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Stephen C. Winans

Stephen Winans


B57 Wing Hall
(607) 279-3886

I earned my PhD at the Massachusetts Institute of Technology in 1984 studying conjugative drug resistance plasmids, and did post-doctoral work at the University of Washington studying Agrobacterium tumefaciens, which causes tumors on host plants.  I joined the department in 1988, continuing both areas of research.  My main teaching responsibilities are one course on the molecular mechanisms of bacterial and viral pathogenesis of humans, and another course about the origin of life.


Research Focus

I have been a member of the Department of Microbiology since 1988. I obtained his PhD degree in Biology at M.I.T., working with Graham Walker, and did postdoctoral studies at the University of Washington with Eugene Nester. As a postdoctoral fellow, I helped describe how the plant pathogenic bacterium Agrobacterium tumefaciens detects chemical cues that are released from plant wound sites, and uses this information to transcribe genes that direct the disease process. The detection of these signals requires one of the first-described two-component regulatory systems, composed of a sensory histidine kinase and a phosphorylated response regulator. I have continued with these studies at Cornell University.

Since joining the Cornell faculty, our lab has used Agrobacterium to continue studies of chemical ecology. We have elucidated how Agrobacterium detects a variety of plant-released chemical cues. Beginning in the early 1990’s, our lab broadened its focus to study how this bacterium can detect chemical signals released by sibling bacteria. Thanks in part to his work, we now know that many bacteria use diffusible molecules as pheromones to estimate their population density and to coordinate their physiologies. This phenomenon is sometimes referred to as quorum sensing, a term that we coined in a review article. Quorum sensing in Agrobacterium requires TraI and TraR proteins, where TraI synthesizes the pheromone in this system, while TraR is a pheromone receptor and pheromone-dependent transcription factor. Our group was the first to purify any protein in the TraI family and reconstitute its pheromone synthesis activities in a purified system.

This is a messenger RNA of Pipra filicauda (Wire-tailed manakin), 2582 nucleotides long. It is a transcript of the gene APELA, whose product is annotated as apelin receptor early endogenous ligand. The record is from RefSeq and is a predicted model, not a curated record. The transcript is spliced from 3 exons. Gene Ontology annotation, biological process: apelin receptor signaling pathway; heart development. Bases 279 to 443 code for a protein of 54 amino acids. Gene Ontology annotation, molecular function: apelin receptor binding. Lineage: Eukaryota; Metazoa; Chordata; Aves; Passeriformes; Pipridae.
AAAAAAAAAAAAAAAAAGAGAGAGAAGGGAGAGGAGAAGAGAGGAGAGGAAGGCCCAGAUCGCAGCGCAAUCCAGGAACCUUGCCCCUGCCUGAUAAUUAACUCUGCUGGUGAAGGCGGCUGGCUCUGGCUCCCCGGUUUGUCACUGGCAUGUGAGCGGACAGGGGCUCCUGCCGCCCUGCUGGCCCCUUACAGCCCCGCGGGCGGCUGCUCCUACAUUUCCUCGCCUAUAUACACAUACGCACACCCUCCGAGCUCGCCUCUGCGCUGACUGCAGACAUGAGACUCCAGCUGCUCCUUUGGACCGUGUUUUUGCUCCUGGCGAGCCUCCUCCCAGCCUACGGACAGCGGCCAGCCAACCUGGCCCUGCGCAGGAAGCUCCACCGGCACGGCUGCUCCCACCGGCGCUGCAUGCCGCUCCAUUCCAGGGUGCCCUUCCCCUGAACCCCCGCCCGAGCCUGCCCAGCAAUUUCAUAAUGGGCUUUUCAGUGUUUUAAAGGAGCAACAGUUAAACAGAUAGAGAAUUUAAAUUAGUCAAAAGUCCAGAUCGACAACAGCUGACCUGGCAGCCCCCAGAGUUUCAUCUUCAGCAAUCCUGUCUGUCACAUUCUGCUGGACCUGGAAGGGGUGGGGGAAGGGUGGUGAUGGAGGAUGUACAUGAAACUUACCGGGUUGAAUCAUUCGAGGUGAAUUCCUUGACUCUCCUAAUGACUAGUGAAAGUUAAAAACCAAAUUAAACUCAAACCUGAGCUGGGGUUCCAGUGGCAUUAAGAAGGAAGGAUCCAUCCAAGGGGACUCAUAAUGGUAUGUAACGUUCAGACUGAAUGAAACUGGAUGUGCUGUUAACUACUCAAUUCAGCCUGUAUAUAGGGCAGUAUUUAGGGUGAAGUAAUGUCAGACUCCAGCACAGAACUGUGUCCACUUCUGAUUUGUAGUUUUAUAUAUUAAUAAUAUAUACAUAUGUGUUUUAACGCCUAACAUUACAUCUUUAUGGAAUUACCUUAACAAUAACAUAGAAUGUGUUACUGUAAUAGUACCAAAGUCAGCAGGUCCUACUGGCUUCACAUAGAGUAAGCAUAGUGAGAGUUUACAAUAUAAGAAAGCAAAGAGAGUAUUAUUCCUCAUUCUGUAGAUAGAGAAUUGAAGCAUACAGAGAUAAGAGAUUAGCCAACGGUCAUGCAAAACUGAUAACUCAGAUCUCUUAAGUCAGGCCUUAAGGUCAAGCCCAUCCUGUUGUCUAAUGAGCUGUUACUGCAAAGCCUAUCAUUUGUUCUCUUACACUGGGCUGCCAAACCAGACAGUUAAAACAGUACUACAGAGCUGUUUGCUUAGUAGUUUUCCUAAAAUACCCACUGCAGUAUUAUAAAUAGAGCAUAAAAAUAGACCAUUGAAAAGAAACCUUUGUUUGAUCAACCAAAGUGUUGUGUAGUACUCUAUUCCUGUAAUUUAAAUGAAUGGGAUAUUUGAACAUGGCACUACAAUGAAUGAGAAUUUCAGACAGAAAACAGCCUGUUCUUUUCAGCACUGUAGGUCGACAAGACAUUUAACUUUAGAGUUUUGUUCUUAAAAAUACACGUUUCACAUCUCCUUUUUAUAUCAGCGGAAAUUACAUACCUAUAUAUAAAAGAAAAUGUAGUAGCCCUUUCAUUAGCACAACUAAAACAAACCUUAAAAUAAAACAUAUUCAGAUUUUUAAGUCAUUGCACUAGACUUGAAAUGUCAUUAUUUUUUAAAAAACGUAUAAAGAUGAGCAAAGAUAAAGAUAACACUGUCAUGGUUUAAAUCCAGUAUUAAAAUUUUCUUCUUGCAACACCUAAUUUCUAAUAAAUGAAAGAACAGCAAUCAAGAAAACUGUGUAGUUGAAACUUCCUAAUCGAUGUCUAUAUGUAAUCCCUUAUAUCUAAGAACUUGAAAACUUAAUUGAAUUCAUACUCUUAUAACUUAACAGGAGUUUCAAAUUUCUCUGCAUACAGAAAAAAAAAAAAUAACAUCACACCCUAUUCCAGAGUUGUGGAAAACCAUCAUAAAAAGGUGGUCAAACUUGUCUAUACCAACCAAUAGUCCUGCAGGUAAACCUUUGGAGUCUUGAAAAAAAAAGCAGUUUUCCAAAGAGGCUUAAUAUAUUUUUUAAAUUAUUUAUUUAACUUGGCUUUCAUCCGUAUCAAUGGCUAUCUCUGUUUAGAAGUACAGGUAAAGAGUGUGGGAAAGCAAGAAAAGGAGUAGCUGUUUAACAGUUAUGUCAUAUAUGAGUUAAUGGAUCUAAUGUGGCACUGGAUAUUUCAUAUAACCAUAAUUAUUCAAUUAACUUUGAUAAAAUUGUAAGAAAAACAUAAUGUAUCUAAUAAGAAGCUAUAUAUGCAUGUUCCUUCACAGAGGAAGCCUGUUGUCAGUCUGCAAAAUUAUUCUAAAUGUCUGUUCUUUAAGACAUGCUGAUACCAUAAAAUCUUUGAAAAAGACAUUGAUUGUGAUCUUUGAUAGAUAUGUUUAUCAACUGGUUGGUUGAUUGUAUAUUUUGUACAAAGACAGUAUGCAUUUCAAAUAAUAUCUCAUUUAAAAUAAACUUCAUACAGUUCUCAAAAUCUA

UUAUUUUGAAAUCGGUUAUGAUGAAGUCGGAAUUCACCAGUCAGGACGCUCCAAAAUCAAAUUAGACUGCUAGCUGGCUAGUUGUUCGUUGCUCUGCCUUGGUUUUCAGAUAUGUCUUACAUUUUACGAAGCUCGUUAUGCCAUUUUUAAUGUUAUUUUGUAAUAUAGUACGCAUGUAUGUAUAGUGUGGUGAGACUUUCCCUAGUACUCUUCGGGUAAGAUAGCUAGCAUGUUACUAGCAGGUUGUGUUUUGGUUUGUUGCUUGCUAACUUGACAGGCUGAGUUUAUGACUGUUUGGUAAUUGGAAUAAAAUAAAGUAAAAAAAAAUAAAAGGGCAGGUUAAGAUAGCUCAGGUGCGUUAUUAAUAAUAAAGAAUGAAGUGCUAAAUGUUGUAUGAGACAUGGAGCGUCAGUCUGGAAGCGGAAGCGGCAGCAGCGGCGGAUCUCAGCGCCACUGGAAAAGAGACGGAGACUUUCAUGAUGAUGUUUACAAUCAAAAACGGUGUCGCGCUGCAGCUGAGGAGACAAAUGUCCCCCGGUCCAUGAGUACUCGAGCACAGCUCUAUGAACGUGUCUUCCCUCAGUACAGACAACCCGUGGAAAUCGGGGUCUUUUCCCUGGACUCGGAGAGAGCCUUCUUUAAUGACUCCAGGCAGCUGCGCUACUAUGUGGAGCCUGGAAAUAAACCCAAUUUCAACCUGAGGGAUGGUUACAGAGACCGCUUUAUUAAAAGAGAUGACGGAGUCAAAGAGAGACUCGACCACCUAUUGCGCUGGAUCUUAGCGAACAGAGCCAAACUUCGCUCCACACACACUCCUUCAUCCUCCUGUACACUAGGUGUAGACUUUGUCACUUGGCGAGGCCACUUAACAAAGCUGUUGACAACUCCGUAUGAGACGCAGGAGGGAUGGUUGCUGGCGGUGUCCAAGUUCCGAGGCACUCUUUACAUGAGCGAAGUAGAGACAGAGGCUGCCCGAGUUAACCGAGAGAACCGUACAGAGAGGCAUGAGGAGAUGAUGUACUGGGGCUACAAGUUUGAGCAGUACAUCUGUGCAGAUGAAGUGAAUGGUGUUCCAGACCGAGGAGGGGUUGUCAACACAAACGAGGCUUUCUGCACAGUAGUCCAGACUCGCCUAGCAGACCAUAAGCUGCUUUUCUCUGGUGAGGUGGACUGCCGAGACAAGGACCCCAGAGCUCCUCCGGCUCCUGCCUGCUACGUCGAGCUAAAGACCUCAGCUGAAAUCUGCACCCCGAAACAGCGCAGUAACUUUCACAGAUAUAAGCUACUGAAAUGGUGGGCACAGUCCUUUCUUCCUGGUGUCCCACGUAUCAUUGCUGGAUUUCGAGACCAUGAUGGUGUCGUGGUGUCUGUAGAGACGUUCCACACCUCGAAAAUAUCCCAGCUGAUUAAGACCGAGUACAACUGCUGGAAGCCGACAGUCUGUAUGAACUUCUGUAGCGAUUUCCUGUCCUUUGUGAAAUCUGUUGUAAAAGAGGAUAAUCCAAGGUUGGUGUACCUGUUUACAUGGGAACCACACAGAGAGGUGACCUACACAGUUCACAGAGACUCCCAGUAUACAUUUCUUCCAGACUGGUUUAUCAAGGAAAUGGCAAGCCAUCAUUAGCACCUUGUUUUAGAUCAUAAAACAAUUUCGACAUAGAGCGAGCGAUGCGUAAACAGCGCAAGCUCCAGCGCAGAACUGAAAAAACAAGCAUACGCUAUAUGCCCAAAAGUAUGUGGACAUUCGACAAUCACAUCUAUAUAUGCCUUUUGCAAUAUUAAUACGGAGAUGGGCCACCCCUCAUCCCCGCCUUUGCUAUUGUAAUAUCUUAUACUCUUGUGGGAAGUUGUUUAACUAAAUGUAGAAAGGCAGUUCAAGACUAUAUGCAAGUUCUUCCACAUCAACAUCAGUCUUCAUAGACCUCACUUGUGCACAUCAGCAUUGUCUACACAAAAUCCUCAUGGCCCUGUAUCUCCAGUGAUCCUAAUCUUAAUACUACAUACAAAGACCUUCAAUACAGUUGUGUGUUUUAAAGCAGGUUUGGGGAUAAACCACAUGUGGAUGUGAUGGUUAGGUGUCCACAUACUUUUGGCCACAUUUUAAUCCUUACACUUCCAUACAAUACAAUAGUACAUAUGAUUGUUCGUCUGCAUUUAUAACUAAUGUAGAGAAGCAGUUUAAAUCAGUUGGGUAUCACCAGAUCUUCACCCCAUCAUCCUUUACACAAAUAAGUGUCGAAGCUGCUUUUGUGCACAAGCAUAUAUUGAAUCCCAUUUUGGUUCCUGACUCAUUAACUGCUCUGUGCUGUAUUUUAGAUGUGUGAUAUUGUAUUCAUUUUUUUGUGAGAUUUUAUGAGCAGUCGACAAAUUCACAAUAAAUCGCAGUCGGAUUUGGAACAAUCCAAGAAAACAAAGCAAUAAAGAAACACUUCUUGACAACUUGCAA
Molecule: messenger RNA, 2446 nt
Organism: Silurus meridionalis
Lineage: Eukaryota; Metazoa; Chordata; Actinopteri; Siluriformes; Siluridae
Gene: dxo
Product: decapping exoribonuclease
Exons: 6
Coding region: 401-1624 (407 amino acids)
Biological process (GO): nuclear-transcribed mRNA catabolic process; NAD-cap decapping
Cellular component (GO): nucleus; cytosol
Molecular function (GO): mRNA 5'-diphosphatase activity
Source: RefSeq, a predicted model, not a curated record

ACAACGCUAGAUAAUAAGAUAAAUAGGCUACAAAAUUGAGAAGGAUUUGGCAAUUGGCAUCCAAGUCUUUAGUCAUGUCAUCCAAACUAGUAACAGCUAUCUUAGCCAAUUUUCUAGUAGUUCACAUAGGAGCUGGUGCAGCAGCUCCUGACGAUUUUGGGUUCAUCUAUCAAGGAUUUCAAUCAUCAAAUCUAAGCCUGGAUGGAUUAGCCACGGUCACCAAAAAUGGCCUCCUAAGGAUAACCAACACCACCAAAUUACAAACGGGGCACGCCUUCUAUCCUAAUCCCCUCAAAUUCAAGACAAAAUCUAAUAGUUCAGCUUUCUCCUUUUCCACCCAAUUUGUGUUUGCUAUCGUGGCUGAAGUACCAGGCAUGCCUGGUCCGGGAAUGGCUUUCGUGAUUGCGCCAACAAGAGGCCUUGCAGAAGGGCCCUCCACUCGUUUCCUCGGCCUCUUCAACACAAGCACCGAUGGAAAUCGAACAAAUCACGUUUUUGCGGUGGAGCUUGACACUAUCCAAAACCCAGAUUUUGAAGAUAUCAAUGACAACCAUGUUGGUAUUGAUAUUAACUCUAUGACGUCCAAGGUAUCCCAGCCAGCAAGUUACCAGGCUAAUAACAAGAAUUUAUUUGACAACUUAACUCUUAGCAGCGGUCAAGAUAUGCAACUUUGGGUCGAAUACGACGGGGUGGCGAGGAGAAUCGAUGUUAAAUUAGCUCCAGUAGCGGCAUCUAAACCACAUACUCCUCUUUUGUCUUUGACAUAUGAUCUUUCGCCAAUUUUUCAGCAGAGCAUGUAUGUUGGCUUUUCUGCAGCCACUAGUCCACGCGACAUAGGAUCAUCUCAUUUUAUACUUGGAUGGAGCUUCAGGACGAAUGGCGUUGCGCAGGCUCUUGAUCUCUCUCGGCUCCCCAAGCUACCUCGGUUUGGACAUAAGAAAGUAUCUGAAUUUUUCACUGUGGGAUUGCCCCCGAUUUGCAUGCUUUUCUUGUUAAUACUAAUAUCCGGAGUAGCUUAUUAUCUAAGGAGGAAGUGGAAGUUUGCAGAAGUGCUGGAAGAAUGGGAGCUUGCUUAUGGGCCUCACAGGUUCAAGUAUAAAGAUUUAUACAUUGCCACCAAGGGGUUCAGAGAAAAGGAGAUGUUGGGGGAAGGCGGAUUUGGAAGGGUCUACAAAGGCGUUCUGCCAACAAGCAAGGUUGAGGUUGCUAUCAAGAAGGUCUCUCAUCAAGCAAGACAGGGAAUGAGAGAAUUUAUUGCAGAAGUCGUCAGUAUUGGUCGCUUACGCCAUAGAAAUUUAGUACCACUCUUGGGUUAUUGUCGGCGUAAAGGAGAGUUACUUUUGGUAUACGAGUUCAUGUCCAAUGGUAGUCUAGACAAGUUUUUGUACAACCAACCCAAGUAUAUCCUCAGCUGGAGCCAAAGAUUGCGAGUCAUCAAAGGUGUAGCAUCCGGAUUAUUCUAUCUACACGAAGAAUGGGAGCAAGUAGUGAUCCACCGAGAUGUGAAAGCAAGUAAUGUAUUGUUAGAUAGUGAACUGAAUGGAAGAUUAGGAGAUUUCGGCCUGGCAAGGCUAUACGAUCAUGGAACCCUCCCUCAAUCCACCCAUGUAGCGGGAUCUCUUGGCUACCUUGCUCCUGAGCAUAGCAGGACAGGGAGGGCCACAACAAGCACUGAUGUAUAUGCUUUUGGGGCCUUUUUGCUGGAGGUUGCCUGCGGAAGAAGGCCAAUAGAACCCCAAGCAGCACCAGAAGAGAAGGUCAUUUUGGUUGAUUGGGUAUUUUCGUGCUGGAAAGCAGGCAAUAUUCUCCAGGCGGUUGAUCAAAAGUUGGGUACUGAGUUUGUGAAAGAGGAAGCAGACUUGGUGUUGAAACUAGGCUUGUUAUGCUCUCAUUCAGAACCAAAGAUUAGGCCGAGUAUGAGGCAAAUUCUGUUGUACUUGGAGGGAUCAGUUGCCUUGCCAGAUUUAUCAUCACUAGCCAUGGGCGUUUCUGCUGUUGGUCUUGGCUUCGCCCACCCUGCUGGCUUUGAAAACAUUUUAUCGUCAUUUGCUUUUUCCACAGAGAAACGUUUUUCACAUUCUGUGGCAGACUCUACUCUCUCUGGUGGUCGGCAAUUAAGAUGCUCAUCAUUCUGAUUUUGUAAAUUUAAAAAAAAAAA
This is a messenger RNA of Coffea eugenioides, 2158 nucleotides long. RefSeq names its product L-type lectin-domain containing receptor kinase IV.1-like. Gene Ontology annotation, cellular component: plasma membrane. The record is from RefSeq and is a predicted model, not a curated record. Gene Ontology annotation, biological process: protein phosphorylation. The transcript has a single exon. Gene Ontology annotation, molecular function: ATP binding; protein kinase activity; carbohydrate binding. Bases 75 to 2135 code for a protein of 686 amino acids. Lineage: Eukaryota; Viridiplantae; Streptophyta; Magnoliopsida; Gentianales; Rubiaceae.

We then turned our attention to the pheromone receptor protein TraR. We did the first purification of any member of the TraR family and reconstituted all of its properties in a purified system. One interesting discovery was that TraR cannot fold into a soluble, functional form in the absence of its pheromone, indicating that the pheromone acts as a scaffold for protein folding. The same was later shown to be general property of most of these proteins. We also collaborated in obtaining the high-resolution crystal structure of TraR-pheromone-DNA complexes. A decade later, no other member of this family has been crystallized in such a ternary complex.

We also study the quorum-sensing systems of two other bacteria, Burkholderia cenocepacia, and of Yersinia enterocolitica, both human pathogens. The CepR and CepI proteins of B. cenocepacia follow the same general patterns as the TraR and TraI proteins, in that CepI makes a pheromone that CepR needs for activity. However, this organism also expresses a protein called CepR2, which resembles CepR, and which detects the pheromone made by CepI. However, CepR2 is active only in the absence of this pheromone.

The YenI and YenR proteins of Y. enterocolitica also have some surprising properties. Like CepR2, YenR is active only in the absence of the pheromone make by YenI. YenR activates the transcription of a small noncoding RNA called YenS. YenS stimulates the swarming motility of the organism across an agar surface. YenS is opposed by another small RNA called YenT. Y. enterocolitica also encodes another pheromone receptor called YetR, whose functions remain to be described.

In the course of these studies, my lab has published 98 original research articles, 15 review articles, and 12 book chapters. I have edited two books, both on the topic of cell-cell signaling in bacteria. One book was co-edited by Dr. Gary Dunny (University of Minnesota) while the other was co-edited by Bonnie Bassler (Princeton University). I have also organized two ASM conferences that focused on cell-cell communication. I am a member of the American Academy for Microbiology, and have served on several funding panels for the National Institutes of Health and the National Science Foundation.

Teaching Focus

I have three main teaching responsibilities. I teach half of our General Microbiology Lectures (BIOMI 2900), including the central dogma, gene regulation, mutations, and pathogenic microbiology. I teach 100% of Microbiology of Human Contagious Disease (BIOMI 2600). I also teach a graduate level course in bacterial pathogenesis, with an emphasis on critical reading of primary literature.

Awards and Honors

  • Outstanding Accomplishments in Basic Research Award (2014) CALS, Cornell University

Selected Publications

Journal Publications

Presentations and Activities

  • Bacterial Synchrony. Department of Microbiology seminar. November 2013. University of Minnesota. St. Paul, MN.